Q: When I was 17, I had a child with a friend from high school. We were experimenting and it seemed like no big deal. She was going to have an abortion, then decided to keep the baby. I was young, stupid and not supportive. I saw him only a few times before I went into the Air Force. I have not talked to his mother since, although I stay up on my son by staying in touch with friends and family.
Fast forward nine years. I'm now married with a 6-month-old son. I think it's important that my older son knows his father and that he has a brother, but his mother has married the guy she dated after me and I'm not sure if my son knows the truth — nor that she wants to tell him. What's good ex-etiquette?
A: I can't count how many e-mails I get a year asking about the same problem. I attribute it to the fact that the media has so sexualized teens that they really don't connect that sex makes babies. That's what it tells them in sex education, but there's a disconnect when it comes to music, movies, videos, social media, etc. Almost all have told me they just didn't think it would happen to them.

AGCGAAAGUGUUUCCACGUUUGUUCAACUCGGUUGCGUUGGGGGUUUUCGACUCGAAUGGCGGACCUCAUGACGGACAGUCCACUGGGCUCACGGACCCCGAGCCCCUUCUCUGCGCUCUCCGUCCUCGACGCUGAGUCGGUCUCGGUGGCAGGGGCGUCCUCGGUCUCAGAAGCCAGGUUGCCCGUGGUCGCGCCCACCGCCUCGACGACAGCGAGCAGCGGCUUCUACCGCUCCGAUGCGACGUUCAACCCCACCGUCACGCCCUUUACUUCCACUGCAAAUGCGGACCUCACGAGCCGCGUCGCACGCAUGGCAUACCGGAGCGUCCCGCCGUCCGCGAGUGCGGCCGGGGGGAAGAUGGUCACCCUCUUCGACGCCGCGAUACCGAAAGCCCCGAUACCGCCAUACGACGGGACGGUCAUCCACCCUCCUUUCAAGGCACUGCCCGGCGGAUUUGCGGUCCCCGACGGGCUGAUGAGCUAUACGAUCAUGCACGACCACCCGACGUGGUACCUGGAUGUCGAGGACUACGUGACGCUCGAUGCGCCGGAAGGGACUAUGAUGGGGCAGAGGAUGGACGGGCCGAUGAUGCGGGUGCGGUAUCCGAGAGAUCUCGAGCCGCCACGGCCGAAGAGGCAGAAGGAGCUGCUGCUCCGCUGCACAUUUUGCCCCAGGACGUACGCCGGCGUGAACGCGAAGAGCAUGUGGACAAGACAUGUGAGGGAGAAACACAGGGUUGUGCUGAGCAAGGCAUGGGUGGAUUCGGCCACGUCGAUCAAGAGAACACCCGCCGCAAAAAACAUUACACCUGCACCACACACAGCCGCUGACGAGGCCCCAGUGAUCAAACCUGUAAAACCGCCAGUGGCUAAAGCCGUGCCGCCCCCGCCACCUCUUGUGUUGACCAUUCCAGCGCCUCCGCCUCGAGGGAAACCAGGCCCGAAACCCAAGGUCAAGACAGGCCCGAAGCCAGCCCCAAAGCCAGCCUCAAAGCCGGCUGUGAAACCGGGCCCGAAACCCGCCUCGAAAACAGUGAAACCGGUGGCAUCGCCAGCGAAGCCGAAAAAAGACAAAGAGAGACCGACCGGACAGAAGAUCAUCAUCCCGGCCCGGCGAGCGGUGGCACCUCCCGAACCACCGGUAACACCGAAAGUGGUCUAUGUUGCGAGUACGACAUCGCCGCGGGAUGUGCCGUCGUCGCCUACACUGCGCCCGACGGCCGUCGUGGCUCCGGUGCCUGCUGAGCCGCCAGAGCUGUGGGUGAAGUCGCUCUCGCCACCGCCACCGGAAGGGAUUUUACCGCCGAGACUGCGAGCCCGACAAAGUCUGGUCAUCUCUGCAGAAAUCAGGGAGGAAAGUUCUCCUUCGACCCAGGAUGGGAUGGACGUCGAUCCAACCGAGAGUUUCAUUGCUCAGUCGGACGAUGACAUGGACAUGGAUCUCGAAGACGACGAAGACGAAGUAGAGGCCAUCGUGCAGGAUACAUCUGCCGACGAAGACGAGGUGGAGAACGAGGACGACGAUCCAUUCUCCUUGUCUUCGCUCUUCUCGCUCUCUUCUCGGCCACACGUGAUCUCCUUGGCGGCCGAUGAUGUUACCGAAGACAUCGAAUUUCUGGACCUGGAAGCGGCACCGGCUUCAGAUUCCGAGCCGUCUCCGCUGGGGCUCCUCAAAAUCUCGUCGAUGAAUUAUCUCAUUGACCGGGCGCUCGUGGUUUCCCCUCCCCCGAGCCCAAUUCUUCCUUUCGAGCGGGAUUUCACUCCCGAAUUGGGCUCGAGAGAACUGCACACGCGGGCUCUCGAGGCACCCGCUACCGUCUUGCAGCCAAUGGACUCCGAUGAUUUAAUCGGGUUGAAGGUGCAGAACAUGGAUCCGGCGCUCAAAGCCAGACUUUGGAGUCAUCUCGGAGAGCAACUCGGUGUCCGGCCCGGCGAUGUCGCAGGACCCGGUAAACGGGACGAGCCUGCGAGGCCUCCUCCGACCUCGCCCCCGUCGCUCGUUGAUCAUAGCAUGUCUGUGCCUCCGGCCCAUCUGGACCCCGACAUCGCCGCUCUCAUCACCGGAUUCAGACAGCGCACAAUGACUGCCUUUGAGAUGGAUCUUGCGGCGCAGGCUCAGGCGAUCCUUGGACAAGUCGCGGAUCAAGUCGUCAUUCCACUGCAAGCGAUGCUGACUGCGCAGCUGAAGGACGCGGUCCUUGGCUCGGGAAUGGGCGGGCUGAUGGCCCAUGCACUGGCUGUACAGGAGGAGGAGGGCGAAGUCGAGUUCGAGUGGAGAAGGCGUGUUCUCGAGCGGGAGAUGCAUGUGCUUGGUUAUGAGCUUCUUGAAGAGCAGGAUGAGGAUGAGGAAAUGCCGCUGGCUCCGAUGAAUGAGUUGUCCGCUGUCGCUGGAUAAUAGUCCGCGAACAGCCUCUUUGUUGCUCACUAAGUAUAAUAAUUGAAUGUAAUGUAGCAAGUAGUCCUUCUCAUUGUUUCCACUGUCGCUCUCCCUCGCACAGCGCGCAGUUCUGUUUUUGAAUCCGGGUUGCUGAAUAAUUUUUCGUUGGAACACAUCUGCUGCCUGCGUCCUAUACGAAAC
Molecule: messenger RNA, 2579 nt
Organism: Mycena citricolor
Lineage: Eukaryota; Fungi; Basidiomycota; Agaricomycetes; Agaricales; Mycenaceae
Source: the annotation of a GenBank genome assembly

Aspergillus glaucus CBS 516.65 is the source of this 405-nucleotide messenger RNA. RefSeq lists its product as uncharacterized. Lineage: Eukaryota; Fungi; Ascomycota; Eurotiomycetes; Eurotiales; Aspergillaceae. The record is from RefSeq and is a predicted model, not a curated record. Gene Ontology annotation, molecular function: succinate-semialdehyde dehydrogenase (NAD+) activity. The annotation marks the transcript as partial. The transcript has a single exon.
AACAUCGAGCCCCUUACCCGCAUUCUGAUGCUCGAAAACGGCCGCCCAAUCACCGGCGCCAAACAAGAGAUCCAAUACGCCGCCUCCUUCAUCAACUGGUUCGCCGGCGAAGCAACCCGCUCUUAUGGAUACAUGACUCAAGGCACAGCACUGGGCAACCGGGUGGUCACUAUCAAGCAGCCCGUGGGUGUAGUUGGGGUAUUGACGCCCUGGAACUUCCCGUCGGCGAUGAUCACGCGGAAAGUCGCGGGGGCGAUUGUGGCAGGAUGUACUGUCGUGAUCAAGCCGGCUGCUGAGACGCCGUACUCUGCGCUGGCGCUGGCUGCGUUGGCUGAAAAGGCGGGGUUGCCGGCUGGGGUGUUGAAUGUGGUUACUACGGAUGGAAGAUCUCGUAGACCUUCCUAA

I'd like to describe what I see often happens from that point. The father grows up, marries someone else, has a child, realizes what a jerk he's been and wants to right his wrong. But the mother often has met someone else who loves her and the child and accepts him as his own. Because of their desire to give the child a close family unit and believe it is in his best interest, he is never told that mom's partner is not his biological father — plus, the extended family is sworn to secrecy. Everyone knows the truth except the child. Bad ex-etiquette. He should have been told at the beginning. At this point, the child is about 8.
Here's the question that must be addressed: Is it better for the child to find out at this point or not? It depends on the life the child has been leading. If mom has been involved with drugs and alcohol, domestic violence, etc., it may be a god-send that there's someone to save him from his plight. Most of the time, however, I see the opposite. Dad showing up after eight years turns the child's life upside down and he's an emotional mess.
It has been my experience that if this situation was taken back to court, the courts would allow the biological father a chance to make amends. However, don't be surprised if the child has no desire to meet his biological father. Forcing him may do more harm than good.
I suggest a therapist be involved to guide you through the procedure. Most likely you will be prompted to begin slowly with his mother, merely explaining the situation, graduating to letters from the bio dad that include a heartfelt apology, to supervised visits with a trusted adult present, to short hourly visits, and so on. You will know early on if it's the right thing to do. Do not force it. Follow the child's lead.
Jann Blackstone is the founder of bonusfamilies.com.